Less swampy later Monday; best two weather months ahead?

We’ll feel a slow air mass transfusion across Minnesota Monday. Dew points in the sticky 60s in southern Minnesota are getting nudged south by a drier air mass with dew points in the 50s across the north.

Monday Dew points, via National Oceanic and Atmospheric Administration

Our increasingly comfortable air mass is courtesy of Canada. As the weak front sags south Monday, a few spotty showers may bubble up. The National Oceanic and Atmospheric Administration’s High-Resolution Rapid Refresh model shows widely scattered cells Monday afternoon.

Most of us will stay dry, but I can’t rule out a stray passing shower.

NOAA HRRR model, via tropical tidbits

Mostly 80s

We’ll see a good mix of sunshine this week. Temperatures run mostly in the 80s. Looks like early August to me.

NOAA forecast temperatures for Minneapolis, via Weather Bell

Partly smoky

We’re likely to see hazy skies this week even when the sun shines. A massive smoke plume from the western fires is draped across Minnesota once again.


Best two months of the year ahead?

Looking at the numbers, you can make the case that the best two weather months of the year are ahead for Minnesota. The average high in the Twin Cities this week is 82 degrees. It stays at 70 or warmer through Sept. 21. August is also our second sunniest month of the year on average. We average 69 percent of possible sunshine historically in August.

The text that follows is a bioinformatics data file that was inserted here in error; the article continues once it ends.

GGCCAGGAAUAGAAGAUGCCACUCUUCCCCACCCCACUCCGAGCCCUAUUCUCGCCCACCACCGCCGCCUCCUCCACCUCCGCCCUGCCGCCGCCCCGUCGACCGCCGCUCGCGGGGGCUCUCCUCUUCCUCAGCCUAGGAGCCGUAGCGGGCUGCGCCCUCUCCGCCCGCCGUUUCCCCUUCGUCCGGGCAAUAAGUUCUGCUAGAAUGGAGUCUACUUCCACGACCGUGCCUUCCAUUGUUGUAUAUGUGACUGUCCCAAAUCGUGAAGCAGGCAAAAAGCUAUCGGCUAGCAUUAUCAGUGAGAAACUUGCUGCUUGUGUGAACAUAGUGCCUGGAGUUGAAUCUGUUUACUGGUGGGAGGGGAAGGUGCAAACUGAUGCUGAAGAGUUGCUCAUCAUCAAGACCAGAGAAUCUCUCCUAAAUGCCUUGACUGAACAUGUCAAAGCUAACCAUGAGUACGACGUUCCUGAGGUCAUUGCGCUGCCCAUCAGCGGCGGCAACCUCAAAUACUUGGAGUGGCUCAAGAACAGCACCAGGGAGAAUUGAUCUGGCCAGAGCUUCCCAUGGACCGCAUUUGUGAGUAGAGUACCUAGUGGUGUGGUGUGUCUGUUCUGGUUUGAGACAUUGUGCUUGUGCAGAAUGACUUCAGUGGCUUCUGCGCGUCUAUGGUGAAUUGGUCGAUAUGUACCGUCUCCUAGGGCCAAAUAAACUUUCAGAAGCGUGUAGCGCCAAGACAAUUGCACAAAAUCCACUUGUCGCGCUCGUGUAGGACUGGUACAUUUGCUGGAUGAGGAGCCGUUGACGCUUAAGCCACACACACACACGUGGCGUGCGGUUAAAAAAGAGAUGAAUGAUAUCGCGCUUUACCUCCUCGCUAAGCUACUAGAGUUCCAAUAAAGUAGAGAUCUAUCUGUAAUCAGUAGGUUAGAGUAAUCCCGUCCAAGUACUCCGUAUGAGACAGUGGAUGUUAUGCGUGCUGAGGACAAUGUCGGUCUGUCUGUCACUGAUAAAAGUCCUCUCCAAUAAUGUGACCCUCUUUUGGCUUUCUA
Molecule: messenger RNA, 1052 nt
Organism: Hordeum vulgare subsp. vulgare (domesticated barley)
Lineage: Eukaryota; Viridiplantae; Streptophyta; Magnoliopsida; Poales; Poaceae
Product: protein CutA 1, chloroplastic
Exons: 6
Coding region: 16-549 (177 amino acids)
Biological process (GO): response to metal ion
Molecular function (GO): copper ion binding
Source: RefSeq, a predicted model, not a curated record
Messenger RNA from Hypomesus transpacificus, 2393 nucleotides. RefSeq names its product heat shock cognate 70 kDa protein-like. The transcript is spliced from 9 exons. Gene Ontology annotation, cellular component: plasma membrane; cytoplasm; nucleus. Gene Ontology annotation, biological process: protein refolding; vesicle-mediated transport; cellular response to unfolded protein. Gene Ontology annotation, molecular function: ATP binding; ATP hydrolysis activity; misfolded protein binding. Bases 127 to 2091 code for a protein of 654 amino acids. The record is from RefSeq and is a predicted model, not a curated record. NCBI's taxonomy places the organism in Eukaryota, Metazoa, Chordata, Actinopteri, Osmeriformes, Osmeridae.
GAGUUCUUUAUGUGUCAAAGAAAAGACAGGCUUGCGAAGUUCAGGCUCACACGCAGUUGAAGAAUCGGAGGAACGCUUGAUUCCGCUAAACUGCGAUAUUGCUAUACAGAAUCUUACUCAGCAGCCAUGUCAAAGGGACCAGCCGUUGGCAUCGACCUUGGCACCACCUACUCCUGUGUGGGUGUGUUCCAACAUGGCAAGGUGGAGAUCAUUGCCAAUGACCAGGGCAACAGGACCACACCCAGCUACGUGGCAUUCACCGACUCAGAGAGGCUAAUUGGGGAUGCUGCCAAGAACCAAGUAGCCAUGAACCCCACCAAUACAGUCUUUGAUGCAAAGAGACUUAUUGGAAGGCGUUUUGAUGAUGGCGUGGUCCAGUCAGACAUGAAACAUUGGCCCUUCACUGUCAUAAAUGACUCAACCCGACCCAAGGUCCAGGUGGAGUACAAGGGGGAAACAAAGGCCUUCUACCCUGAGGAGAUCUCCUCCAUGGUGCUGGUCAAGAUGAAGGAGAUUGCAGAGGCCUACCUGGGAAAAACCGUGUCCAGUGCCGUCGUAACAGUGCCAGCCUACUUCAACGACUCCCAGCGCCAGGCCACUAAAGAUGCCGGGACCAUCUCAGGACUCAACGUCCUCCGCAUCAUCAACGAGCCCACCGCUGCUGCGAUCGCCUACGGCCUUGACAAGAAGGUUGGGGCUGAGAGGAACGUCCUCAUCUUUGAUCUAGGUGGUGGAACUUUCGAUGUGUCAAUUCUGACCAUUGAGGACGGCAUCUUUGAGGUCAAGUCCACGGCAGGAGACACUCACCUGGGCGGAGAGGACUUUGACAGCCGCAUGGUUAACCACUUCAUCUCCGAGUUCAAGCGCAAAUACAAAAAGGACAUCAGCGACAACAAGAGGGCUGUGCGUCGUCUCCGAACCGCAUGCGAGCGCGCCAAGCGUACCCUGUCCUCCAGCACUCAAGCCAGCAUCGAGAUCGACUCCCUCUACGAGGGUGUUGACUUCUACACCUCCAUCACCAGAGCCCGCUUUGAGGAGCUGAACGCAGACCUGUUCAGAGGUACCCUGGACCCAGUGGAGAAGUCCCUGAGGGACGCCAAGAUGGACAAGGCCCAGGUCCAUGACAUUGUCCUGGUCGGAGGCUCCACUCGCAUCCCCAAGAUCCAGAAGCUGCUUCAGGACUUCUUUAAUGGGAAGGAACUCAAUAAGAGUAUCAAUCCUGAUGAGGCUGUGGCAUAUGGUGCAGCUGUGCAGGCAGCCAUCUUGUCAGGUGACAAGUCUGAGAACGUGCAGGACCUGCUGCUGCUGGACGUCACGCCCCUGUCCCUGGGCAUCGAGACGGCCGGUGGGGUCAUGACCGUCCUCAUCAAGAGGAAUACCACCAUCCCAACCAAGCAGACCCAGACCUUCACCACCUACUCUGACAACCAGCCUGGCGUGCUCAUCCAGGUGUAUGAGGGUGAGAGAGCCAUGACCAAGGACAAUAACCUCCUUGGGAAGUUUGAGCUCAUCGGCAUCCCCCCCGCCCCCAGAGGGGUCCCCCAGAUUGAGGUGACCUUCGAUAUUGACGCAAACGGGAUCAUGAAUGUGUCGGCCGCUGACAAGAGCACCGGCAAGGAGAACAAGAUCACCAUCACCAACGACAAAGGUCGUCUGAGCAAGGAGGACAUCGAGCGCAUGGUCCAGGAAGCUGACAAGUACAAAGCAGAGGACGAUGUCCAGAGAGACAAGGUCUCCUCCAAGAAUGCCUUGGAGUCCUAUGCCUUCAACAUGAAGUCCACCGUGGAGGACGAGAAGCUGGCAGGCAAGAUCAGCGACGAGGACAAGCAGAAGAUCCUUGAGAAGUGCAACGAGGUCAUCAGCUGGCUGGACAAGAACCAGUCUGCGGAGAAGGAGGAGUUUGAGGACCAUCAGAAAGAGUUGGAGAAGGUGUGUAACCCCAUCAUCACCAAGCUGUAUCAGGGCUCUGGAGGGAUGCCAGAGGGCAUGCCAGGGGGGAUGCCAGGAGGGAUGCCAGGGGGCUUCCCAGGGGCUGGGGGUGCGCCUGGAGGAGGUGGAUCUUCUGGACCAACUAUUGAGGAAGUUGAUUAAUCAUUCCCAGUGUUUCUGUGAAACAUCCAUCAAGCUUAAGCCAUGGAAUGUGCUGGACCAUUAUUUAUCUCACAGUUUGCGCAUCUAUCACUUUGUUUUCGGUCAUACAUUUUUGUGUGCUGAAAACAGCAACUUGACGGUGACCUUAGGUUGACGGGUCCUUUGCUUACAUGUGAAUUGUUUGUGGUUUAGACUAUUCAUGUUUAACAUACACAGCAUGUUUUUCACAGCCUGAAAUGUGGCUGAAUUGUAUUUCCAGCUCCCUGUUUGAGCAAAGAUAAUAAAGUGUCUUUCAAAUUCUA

Yes, we’re losing about 2 1/2 minutes of daylight a day now. But many of our finest weather days of the year lie ahead. Silver linings people.

Fujiwhara effect? 

Twin tropical cyclones in the eastern Pacific are likely to merge this week. The phenomenon is known as the Fujiwhara effect.

Here’s another view from the Los Angeles National Weather Service office.

Record ocean warmth in San Diego

The Pacific Ocean is at record high water temperatures near San Diego.

  • Michael Larsen

    Today we bid goodbye to solar summer, the 90 longest days beginning May 7. Our off-grid home notices the change.